This Hawai‘i Island Family-Run Farm is Perfect for a Day with the Keiki
The Iranon ‘ohana offers family fun and lessons in living simply.
It’s a rainy day in Hilo, but I pack my three kids into the mom van and make the 45-minute drive to Volcano with a hopeful heart and a quick prayer for sunny skies over the Lili House Farm, a petting zoo, country tea time spot and agricultural oasis that has become one our family’s favorite destinations for adventure.
Many people travel to this part of Hawai‘i Island to explore the world’s most active volcano, Kīlauea. Besides lava tubes and crater rim hikes, however, the surrounding area has other exciting stops, including an art center, winery and petroglyph field.
And if you have animal lovers in your pack, like I do, the Lili House Farm should be on your list.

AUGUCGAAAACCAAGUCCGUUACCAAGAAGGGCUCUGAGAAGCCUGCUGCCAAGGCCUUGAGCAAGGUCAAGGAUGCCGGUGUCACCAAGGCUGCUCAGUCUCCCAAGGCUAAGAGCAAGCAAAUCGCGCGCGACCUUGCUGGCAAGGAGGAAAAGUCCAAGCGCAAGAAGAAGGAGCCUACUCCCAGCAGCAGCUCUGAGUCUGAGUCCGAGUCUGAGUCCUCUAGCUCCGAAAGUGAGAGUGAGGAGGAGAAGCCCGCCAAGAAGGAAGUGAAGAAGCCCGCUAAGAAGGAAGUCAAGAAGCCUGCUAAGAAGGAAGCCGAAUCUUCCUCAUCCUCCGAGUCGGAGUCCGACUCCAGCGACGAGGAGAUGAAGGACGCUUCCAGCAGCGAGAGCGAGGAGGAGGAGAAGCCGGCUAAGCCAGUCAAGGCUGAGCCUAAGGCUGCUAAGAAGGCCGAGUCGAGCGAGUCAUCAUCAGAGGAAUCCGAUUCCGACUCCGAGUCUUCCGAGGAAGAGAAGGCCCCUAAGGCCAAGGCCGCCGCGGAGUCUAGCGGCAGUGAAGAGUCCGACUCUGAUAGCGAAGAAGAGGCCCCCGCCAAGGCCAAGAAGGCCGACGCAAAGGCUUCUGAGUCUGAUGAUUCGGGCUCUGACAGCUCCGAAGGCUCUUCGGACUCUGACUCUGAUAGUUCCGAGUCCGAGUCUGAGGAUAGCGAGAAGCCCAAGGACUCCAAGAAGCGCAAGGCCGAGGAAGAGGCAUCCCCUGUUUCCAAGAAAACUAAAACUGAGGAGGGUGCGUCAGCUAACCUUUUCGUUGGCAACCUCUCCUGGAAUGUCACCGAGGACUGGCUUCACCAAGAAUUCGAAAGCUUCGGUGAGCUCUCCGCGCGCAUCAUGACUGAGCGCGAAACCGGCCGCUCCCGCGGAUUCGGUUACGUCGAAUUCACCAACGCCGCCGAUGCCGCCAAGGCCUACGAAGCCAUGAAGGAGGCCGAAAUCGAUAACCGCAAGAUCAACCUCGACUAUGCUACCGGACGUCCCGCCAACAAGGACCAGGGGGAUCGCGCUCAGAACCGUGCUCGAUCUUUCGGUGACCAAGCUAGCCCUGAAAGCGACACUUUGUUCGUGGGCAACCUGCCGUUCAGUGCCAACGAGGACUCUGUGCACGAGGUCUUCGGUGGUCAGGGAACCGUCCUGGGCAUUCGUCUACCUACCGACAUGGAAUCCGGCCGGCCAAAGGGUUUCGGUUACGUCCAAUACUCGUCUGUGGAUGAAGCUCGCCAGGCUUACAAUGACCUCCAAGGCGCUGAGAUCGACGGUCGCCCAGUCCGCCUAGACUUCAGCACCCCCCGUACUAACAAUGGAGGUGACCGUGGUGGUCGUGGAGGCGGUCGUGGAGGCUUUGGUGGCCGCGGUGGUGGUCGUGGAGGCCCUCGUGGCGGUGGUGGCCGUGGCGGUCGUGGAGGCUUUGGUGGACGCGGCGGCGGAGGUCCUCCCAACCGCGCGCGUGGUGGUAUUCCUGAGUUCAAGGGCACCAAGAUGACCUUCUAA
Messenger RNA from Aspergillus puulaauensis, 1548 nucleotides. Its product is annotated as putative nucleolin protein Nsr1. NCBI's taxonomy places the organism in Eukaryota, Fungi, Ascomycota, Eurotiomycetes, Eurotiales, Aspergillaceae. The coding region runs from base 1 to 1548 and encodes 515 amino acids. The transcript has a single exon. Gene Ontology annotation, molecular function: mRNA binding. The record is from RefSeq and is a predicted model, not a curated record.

On this day, the weather clears the farther south we get from Hilo and we all let out a little cheer as we drive through Volcano Village and see nothing but white clouds and blue skies ahead.
Part of the charm of the 20-acre farm is its location in the pasturelands of Volcano, where country is still country and neighbors honk hello and wave as they drive by. The owners of the farm are just as charming: Kainoa Iranon, who was born and raised in Volcano; his wife, Danielle; and their six children live on the farm, care for the animals and work the land together.
Three of them are waiting for us when we arrive. “Come this way,” says 9-year-old Aurelius, ushering us from the driveway and around the side of the house. While Danielle sets up tea time< near the outdoor fireplace, we head to the petting zoo, our first stop. Aurelius is the perfect host, holding a big red gate open and directing us inside with a wave of his hand.
This is our third visit to the farm—this time, we’re here on the Deluxe Farm Tour—and my two boys don’t hesitate, running off in different directions to their favorite animals. We are greeted first by Mr. Tom and Lady Tom—two resident turkeys—as well as a dozen chickens pecking the ground. One of my sons makes a beeline to the sulcata tortoise enclosure, while the other searches for his favorite Nigerian dwarf goats, Peaches and Cream. On our last visit, I discovered these goats like to cuddle and take selfies.